Identifying cities that have sprawled

The exam for my class on automated analysis of spatial grids was to take North American population density grids in 1990 and 2010 and use them to identify which cities had grown spatially. The motive was not to find which pixels had experienced large increases in population; instead, it was to find out which cities had dealt with large increases in population by spreading out.

Of course, before I gave it to the students, I tried it out first.

San Diego has exploded, but Los Angeles is still about the same size
I found major urban areas and determined which of those areas grew in size. You can see the result overlaid on Google Maps by clicking on this link: US cities: sprawl [Google Maps].  In the map, red shows cities that have grown in size, while green refers to cities that have remained stable in size between 1990 and 2010. Again, this is not about population growth, but about population sprawl.  Thus, San Diego has sprawled, but Los Angeles has remained about the same size. Interestingly, New York city hasn't sprawled, but Toronto (!) has.

 If we rank the cities (I considered only cities larger than about 80 sq. kms and having an urban core of at least 30,000 residents per sq. km) by the percent growth in metropolitan area, the ranking is:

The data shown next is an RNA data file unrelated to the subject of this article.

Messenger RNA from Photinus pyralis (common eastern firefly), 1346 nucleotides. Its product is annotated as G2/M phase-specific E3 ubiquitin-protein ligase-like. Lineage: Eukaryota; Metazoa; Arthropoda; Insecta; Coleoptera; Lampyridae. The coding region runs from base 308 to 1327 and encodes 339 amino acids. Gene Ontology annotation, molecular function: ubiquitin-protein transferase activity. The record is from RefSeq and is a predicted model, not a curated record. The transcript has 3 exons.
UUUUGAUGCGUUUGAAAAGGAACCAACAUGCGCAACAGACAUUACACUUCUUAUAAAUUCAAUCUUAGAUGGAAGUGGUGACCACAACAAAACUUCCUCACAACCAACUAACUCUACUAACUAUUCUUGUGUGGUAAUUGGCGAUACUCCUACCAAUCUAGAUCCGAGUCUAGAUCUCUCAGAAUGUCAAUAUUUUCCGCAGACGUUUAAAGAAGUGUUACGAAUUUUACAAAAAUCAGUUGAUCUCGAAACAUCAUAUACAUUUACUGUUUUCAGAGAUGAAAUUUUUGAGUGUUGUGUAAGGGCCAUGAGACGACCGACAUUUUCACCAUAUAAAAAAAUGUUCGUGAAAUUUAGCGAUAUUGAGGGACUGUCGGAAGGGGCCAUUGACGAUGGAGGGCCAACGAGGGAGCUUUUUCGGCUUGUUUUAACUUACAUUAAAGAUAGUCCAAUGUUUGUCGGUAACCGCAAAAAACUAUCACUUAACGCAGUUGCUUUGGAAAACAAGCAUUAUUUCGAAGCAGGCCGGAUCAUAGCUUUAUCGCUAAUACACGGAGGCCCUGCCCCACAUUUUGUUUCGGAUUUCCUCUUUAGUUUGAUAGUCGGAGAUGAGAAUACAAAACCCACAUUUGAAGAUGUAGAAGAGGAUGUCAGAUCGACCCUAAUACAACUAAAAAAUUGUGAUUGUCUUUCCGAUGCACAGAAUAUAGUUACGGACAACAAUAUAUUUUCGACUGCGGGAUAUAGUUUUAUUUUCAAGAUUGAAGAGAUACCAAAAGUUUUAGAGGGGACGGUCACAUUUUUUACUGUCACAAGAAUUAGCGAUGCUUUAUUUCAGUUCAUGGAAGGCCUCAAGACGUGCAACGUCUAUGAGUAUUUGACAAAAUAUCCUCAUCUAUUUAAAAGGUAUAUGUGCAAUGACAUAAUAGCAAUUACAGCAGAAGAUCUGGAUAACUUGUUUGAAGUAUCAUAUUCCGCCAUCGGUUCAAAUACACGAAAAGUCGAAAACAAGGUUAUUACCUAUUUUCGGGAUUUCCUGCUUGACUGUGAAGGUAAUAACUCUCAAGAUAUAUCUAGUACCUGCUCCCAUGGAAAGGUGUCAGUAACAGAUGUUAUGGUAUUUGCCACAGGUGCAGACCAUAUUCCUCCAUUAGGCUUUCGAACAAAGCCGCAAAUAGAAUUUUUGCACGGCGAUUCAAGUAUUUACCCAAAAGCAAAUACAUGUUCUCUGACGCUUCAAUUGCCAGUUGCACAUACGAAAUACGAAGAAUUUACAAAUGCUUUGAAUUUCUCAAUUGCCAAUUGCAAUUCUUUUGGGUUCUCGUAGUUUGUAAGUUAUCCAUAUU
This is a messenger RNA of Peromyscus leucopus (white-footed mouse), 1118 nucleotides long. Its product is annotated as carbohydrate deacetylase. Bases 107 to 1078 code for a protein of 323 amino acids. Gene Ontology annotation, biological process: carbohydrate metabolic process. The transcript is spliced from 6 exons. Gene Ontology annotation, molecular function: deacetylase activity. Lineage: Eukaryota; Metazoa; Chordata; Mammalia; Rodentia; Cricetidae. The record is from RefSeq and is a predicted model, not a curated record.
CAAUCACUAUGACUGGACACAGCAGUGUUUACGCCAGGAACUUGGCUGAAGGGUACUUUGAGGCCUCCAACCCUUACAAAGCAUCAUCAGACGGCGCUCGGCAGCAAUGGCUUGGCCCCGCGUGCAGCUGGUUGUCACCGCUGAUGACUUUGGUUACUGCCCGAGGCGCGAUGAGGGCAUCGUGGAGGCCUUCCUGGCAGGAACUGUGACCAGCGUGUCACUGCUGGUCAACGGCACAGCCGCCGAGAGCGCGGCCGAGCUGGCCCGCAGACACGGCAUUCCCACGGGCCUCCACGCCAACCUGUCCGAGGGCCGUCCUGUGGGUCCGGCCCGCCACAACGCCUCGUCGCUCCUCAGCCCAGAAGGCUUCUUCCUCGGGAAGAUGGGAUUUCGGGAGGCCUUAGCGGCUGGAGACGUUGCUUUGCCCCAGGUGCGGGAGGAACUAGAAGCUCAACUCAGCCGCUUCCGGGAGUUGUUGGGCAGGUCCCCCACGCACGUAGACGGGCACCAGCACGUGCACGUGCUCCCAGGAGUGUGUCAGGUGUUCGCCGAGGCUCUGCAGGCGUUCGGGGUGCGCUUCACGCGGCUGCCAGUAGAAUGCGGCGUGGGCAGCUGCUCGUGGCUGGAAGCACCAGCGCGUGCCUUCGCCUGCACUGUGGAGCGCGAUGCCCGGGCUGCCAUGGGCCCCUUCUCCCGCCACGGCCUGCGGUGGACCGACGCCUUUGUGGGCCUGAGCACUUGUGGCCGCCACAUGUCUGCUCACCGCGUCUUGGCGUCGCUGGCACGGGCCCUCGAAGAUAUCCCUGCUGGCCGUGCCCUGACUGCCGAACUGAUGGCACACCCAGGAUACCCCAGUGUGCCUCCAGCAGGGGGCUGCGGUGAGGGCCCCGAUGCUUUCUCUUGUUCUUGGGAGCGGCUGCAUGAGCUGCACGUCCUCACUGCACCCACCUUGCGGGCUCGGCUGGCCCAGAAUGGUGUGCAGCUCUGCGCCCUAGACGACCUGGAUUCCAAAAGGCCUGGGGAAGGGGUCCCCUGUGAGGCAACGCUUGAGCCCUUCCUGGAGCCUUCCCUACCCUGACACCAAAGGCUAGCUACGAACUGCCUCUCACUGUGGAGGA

1. San Jose, CA: the king of sprawl with its high-density urban region increasing from about 300 sq. km to about 500 sq. km between 1990 and 2010
  2. San Juan, Puerto Rico
  3. San Diego, CA
  4. Washington, DC

Interestingly, considering all that we think Canada is about, Toronto is one of the cities that has sprawled the most.  Next only to Mexico City.

But ... but, I can hear you asking. What about Phoenix? You can see city extents in 2010 according to my methodology by clicking on this link: US cities: high-density urban areas [Google Maps].  Cities like Phoenix have suburbs that are so sparse that they don't even meet my "urban" criteria of 30K residents per sq. km. Hence, they are not identified as having grown.  I used internal measures of the data to identify what "urban" means. So, if you find an official definition of suburban population density, let me know and I can rerun my analysis with the lower threshold.

You can see a longer description of my methodology, and the approaches followed by different students here: sprawl methodology [PDF file] .

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